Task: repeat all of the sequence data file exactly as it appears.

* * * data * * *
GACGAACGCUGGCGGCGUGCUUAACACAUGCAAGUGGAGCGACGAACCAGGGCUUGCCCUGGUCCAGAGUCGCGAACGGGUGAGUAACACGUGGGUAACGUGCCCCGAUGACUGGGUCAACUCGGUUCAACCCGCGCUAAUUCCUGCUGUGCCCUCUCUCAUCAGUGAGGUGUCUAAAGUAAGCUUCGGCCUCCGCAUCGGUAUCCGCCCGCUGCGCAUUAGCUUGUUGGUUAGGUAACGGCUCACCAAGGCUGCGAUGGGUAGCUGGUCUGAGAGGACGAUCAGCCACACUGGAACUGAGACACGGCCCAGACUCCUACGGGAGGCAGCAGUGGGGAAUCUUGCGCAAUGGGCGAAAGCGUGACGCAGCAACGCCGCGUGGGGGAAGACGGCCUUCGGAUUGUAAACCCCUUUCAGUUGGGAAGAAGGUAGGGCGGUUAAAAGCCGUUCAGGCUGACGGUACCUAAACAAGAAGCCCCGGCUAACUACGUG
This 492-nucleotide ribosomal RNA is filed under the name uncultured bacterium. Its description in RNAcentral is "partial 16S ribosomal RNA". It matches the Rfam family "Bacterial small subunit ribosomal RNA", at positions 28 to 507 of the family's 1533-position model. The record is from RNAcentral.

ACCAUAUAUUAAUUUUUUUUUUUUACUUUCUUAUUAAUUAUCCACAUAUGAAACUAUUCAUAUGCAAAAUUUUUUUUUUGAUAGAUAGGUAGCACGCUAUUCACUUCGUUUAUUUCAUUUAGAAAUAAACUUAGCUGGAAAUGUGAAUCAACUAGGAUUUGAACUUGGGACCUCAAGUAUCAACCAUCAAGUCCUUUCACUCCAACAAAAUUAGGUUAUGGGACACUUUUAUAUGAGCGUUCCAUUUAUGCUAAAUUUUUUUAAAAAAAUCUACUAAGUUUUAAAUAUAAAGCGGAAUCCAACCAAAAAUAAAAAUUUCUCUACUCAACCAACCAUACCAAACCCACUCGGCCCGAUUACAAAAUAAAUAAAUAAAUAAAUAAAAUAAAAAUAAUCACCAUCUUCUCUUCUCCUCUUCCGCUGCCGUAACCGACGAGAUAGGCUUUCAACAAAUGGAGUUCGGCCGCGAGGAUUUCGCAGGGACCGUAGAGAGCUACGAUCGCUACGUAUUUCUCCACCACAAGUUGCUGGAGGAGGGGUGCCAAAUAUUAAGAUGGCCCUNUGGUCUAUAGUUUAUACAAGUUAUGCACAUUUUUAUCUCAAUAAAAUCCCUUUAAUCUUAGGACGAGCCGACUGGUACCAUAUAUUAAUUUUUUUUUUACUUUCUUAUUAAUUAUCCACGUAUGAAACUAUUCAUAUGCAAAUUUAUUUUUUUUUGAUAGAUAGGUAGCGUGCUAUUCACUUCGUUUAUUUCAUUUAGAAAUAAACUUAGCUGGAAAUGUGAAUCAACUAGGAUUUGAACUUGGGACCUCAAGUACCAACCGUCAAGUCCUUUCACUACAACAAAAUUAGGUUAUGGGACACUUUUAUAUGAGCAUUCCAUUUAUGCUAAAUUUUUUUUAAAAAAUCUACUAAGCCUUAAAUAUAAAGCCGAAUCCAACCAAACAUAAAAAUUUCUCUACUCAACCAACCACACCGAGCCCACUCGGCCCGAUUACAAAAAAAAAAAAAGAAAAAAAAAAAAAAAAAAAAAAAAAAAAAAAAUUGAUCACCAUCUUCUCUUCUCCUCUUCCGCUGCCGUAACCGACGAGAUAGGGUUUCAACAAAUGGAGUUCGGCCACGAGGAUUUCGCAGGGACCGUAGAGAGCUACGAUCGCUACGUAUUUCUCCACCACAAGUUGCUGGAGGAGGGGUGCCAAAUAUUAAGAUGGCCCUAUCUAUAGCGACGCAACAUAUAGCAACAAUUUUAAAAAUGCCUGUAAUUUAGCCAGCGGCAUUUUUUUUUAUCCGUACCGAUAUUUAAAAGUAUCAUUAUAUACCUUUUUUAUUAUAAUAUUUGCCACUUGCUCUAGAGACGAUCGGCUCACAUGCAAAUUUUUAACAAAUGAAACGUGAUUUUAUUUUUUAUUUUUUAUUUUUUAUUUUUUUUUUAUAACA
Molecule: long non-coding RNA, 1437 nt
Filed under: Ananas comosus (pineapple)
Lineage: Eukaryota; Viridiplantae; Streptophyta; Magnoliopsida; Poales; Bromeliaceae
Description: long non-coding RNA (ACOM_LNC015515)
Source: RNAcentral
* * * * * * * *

GACGAACGCUGGCGGCGUGCUUAACACAUGCAAGUGGAGCGACGAACCAGGGCUUGCCCUGGUCCAGAGUCGCGAACGGGUGAGUAACACGUGGGUAACGUGCCCCGAUGACUGGGUCAACUCGGUUCAACCCGCGCUAAUUCCUGCUGUGCCCUCUCUCAUCAGUGAGGUGUCUAAAGUAAGCUUCGGCCUCCGCAUCGGUAUCCGCCCGCUGCGCAUUAGCUUGUUGGUUAGGUAACGGCUCACCAAGGCUGCGAUGGGUAGCUGGUCUGAGAGGACGAUCAGCCACACUGGAACUGAGACACGGCCCAGACUCCUACGGGAGGCAGCAGUGGGGAAUCUUGCGCAAUGGGCGAAAGCGUGACGCAGCAACGCCGCGUGGGGGAAGACGGCCUUCGGAUUGUAAACCCCUUUCAGUUGGGAAGAAGGUAGGGCGGUUAAAAGCCGUUCAGGCUGACGGUACCUAAACAAGAAGCCCCGGCUAACUACGUG
This 492-nucleotide ribosomal RNA is filed under the name uncultured bacterium. Its description in RNAcentral is "partial 16S ribosomal RNA". It matches the Rfam family "Bacterial small subunit ribosomal RNA", at positions 28 to 507 of the family's 1533-position model. The record is from RNAcentral.

ACCAUAUAUUAAUUUUUUUUUUUUACUUUCUUAUUAAUUAUCCACAUAUGAAACUAUUCAUAUGCAAAAUUUUUUUUUUGAUAGAUAGGUAGCACGCUAUUCACUUCGUUUAUUUCAUUUAGAAAUAAACUUAGCUGGAAAUGUGAAUCAACUAGGAUUUGAACUUGGGACCUCAAGUAUCAACCAUCAAGUCCUUUCACUCCAACAAAAUUAGGUUAUGGGACACUUUUAUAUGAGCGUUCCAUUUAUGCUAAAUUUUUUUAAAAAAAUCUACUAAGUUUUAAAUAUAAAGCGGAAUCCAACCAAAAAUAAAAAUUUCUCUACUCAACCAACCAUACCAAACCCACUCGGCCCGAUUACAAAAUAAAUAAAUAAAUAAAUAAAAUAAAAAUAAUCACCAUCUUCUCUUCUCCUCUUCCGCUGCCGUAACCGACGAGAUAGGCUUUCAACAAAUGGAGUUCGGCCGCGAGGAUUUCGCAGGGACCGUAGAGAGCUACGAUCGCUACGUAUUUCUCCACCACAAGUUGCUGGAGGAGGGGUGCCAAAUAUUAAGAUGGCCCUNUGGUCUAUAGUUUAUACAAGUUAUGCACAUUUUUAUCUCAAUAAAAUCCCUUUAAUCUUAGGACGAGCCGACUGGUACCAUAUAUUAAUUUUUUUUUUACUUUCUUAUUAAUUAUCCACGUAUGAAACUAUUCAUAUGCAAAUUUAUUUUUUUUUGAUAGAUAGGUAGCGUGCUAUUCACUUCGUUUAUUUCAUUUAGAAAUAAACUUAGCUGGAAAUGUGAAUCAACUAGGAUUUGAACUUGGGACCUCAAGUACCAACCGUCAAGUCCUUUCACUACAACAAAAUUAGGUUAUGGGACACUUUUAUAUGAGCAUUCCAUUUAUGCUAAAUUUUUUUUAAAAAAUCUACUAAGCCUUAAAUAUAAAGCCGAAUCCAACCAAACAUAAAAAUUUCUCUACUCAACCAACCACACCGAGCCCACUCGGCCCGAUUACAAAAAAAAAAAAAGAAAAAAAAAAAAAAAAAAAAAAAAAAAAAAAAUUGAUCACCAUCUUCUCUUCUCCUCUUCCGCUGCCGUAACCGACGAGAUAGGGUUUCAACAAAUGGAGUUCGGCCACGAGGAUUUCGCAGGGACCGUAGAGAGCUACGAUCGCUACGUAUUUCUCCACCACAAGUUGCUGGAGGAGGGGUGCCAAAUAUUAAGAUGGCCCUAUCUAUAGCGACGCAACAUAUAGCAACAAUUUUAAAAAUGCCUGUAAUUUAGCCAGCGGCAUUUUUUUUUAUCCGUACCGAUAUUUAAAAGUAUCAUUAUAUACCUUUUUUAUUAUAAUAUUUGCCACUUGCUCUAGAGACGAUCGGCUCACAUGCAAAUUUUUAACAAAUGAAACGUGAUUUUAUUUUUUAUUUUUUAUUUUUUAUUUUUUUUUUAUAACA
Molecule: long non-coding RNA, 1437 nt
Filed under: Ananas comosus (pineapple)
Lineage: Eukaryota; Viridiplantae; Streptophyta; Magnoliopsida; Poales; Bromeliaceae
Description: long non-coding RNA (ACOM_LNC015515)
Source: RNAcentral